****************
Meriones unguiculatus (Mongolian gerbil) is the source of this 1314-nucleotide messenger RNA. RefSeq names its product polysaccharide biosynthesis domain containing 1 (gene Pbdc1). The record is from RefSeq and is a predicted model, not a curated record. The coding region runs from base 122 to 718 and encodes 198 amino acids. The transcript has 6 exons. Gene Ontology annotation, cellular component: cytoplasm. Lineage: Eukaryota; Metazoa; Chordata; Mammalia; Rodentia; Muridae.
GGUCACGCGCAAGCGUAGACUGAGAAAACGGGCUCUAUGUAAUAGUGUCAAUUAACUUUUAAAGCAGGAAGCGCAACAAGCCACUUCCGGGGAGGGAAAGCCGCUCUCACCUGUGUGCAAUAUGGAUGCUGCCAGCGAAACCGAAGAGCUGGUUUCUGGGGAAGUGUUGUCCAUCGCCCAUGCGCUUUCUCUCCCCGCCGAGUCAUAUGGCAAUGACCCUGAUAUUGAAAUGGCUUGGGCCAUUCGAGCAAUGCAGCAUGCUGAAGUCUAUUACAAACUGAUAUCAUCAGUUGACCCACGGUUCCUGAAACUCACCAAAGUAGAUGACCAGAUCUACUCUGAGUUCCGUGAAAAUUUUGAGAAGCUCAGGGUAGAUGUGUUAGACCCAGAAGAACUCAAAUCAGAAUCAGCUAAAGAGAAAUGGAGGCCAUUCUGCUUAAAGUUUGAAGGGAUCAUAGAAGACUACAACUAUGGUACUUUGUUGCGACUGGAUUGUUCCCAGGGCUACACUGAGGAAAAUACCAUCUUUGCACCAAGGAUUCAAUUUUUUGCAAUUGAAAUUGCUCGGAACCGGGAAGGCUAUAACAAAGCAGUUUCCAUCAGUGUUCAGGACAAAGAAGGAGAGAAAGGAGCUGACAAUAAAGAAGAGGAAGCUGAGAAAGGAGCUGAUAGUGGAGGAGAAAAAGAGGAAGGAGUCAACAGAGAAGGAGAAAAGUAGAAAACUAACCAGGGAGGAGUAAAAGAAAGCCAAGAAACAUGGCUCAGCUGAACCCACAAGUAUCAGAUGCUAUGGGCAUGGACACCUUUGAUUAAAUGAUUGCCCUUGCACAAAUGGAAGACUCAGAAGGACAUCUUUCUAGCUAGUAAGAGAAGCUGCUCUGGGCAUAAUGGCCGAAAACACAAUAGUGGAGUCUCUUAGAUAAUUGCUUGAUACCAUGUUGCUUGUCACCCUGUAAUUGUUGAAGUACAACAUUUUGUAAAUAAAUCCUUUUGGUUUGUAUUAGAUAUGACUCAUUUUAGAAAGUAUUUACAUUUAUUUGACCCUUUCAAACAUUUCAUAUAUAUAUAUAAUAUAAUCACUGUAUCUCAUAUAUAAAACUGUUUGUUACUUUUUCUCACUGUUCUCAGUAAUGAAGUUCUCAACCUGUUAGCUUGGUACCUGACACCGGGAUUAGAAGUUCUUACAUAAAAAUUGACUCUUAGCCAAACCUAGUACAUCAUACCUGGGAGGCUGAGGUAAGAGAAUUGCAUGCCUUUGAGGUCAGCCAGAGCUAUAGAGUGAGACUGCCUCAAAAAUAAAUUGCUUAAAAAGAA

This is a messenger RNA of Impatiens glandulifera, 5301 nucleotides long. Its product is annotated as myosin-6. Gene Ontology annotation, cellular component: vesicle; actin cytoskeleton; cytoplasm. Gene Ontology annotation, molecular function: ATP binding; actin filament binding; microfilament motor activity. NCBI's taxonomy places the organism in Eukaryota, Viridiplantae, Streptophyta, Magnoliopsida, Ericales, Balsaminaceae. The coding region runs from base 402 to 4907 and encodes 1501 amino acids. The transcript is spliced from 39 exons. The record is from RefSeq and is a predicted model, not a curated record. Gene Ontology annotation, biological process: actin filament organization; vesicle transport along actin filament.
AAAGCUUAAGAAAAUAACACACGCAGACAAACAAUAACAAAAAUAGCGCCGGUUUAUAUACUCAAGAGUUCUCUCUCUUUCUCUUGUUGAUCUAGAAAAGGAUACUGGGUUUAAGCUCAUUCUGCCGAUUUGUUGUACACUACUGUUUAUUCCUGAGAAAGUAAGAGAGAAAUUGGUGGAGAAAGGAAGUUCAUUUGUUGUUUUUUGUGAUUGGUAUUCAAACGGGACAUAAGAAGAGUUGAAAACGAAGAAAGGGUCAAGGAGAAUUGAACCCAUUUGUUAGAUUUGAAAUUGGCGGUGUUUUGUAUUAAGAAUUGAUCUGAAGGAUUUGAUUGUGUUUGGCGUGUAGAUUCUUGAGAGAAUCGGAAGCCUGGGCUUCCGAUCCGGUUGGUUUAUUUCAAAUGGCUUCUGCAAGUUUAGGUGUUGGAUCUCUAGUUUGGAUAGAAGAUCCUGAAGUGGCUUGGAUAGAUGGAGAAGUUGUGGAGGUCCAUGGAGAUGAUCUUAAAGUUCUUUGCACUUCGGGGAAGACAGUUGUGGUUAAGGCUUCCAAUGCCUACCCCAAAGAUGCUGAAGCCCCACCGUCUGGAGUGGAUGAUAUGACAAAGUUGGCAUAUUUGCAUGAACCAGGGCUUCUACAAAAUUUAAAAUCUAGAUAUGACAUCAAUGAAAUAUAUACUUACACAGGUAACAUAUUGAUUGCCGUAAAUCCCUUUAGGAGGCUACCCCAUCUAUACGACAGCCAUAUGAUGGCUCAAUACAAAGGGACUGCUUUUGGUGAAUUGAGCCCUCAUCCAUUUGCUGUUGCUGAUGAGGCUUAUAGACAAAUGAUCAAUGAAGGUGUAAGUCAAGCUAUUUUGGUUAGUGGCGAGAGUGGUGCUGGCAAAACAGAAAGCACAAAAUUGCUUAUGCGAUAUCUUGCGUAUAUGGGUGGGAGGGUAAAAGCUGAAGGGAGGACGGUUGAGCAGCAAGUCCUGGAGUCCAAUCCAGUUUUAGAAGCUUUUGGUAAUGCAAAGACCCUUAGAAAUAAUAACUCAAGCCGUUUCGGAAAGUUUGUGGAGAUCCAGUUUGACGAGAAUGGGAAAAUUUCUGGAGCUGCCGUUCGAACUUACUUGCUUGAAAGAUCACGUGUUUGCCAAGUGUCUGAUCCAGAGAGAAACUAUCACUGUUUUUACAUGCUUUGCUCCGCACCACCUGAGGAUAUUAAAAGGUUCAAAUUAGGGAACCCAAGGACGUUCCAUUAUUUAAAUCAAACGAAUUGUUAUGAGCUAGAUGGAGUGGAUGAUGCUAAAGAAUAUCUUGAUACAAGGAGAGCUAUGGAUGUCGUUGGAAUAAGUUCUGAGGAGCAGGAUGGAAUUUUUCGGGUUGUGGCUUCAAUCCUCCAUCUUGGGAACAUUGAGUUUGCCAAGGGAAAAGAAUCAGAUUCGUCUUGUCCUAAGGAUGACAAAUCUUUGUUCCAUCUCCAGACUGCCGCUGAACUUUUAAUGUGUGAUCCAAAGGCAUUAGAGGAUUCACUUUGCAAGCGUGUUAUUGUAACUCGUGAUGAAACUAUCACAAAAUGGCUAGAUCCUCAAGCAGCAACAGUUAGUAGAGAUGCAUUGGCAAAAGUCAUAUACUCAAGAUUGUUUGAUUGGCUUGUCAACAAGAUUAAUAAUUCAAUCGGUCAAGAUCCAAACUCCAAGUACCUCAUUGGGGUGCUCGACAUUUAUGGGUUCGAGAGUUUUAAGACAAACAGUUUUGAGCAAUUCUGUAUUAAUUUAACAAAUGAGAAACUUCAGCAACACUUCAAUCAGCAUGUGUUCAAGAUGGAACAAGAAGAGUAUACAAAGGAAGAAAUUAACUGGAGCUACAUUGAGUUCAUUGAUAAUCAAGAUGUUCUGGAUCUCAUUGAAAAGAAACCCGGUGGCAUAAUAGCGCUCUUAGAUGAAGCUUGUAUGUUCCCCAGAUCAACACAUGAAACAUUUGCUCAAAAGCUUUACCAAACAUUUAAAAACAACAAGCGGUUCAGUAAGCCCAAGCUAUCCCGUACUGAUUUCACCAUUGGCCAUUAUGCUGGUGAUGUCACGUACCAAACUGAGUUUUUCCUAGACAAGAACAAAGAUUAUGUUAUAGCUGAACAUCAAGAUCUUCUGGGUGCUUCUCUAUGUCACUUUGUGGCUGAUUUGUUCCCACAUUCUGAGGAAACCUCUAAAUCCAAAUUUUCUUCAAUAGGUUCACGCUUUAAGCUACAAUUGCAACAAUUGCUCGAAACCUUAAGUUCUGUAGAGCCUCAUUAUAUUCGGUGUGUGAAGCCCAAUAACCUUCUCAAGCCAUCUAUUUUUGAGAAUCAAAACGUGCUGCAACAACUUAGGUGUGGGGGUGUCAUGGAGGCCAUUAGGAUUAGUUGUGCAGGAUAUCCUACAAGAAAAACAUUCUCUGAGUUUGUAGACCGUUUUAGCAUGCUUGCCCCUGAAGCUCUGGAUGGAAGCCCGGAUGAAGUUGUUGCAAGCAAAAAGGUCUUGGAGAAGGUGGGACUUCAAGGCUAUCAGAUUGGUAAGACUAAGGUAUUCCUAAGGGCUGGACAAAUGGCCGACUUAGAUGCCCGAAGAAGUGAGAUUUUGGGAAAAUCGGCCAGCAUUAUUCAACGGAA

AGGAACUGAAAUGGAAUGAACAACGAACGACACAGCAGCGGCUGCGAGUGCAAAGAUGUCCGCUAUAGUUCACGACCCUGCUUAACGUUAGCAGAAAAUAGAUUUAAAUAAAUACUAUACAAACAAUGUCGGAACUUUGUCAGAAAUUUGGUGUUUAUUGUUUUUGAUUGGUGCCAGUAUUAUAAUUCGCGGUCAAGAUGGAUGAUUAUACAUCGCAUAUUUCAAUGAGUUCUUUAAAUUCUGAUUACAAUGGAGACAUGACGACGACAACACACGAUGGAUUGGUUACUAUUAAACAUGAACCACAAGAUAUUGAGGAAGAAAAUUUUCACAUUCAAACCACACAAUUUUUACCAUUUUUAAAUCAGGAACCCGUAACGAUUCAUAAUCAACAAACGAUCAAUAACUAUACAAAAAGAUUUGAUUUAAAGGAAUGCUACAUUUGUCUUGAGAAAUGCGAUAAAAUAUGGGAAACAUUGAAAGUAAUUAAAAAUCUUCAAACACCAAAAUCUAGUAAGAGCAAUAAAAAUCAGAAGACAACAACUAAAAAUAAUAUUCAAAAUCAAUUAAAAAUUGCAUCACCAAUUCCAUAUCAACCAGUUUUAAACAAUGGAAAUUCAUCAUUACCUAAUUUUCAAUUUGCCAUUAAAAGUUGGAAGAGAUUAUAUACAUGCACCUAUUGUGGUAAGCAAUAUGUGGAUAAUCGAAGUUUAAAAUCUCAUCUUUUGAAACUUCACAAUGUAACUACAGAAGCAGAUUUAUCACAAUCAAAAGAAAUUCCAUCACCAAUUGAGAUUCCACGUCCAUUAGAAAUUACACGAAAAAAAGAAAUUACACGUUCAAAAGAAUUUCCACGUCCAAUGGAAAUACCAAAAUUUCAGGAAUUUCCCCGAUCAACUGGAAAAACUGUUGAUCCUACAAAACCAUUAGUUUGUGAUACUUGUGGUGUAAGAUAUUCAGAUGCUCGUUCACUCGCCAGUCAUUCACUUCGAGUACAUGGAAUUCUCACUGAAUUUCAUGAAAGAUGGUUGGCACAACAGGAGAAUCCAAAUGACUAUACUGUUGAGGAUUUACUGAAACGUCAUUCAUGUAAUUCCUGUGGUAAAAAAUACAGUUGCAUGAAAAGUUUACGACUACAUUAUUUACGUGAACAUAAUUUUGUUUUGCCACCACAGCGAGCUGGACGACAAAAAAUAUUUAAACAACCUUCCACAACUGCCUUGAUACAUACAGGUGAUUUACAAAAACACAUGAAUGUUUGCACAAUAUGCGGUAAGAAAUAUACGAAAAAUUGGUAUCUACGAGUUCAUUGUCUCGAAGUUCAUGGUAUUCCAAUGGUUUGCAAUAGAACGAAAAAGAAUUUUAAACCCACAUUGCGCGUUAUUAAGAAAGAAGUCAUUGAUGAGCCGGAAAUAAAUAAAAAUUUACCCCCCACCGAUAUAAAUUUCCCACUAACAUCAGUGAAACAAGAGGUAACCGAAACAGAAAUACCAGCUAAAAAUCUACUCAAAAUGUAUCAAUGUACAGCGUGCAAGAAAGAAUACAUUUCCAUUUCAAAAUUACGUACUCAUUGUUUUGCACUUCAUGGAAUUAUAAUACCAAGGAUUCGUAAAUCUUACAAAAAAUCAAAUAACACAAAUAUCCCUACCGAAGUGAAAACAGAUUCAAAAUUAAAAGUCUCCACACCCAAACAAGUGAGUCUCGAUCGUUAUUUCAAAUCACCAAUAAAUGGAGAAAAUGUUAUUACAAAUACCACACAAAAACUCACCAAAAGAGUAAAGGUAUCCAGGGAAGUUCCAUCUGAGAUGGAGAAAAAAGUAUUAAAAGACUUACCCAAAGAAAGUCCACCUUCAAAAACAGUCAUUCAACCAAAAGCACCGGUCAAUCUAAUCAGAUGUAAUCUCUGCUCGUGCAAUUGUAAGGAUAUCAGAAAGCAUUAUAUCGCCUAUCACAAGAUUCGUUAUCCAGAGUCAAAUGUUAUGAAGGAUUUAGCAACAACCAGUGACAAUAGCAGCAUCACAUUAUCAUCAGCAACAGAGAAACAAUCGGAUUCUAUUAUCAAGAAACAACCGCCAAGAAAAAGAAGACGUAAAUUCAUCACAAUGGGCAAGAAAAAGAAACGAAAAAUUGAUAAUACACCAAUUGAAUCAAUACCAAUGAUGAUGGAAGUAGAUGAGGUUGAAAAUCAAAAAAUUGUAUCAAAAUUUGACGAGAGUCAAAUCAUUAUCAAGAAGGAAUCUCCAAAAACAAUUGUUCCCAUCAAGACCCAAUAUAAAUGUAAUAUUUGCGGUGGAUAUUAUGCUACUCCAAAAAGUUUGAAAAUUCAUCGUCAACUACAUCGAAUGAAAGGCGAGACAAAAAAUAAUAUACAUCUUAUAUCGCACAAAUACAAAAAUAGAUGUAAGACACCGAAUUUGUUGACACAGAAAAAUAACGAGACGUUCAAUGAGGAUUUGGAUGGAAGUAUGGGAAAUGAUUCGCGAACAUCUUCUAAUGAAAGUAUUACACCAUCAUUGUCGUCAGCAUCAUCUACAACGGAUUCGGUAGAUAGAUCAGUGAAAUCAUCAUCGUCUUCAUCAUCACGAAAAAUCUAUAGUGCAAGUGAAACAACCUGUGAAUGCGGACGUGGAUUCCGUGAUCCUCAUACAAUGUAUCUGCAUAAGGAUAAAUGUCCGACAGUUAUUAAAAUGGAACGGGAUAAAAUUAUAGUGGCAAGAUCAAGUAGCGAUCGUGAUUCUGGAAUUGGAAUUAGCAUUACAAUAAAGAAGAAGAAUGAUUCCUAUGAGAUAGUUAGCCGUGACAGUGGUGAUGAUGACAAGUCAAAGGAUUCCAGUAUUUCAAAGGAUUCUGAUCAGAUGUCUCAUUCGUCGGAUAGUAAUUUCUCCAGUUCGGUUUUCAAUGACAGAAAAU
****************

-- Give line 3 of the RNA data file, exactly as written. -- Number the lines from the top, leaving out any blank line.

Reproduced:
This is a messenger RNA of Impatiens glandulifera, 5301 nucleotides long. Its product is annotated as myosin-6. Gene Ontology annotation, cellular component: vesicle; actin cytoskeleton; cytoplasm. Gene Ontology annotation, molecular function: ATP binding; actin filament binding; microfilament motor activity. NCBI's taxonomy places the organism in Eukaryota, Viridiplantae, Streptophyta, Magnoliopsida, Ericales, Balsaminaceae. The coding region runs from base 402 to 4907 and encodes 1501 amino acids. The transcript is spliced from 39 exons. The record is from RefSeq and is a predicted model, not a curated record. Gene Ontology annotation, biological process: actin filament organization; vesicle transport along actin filament.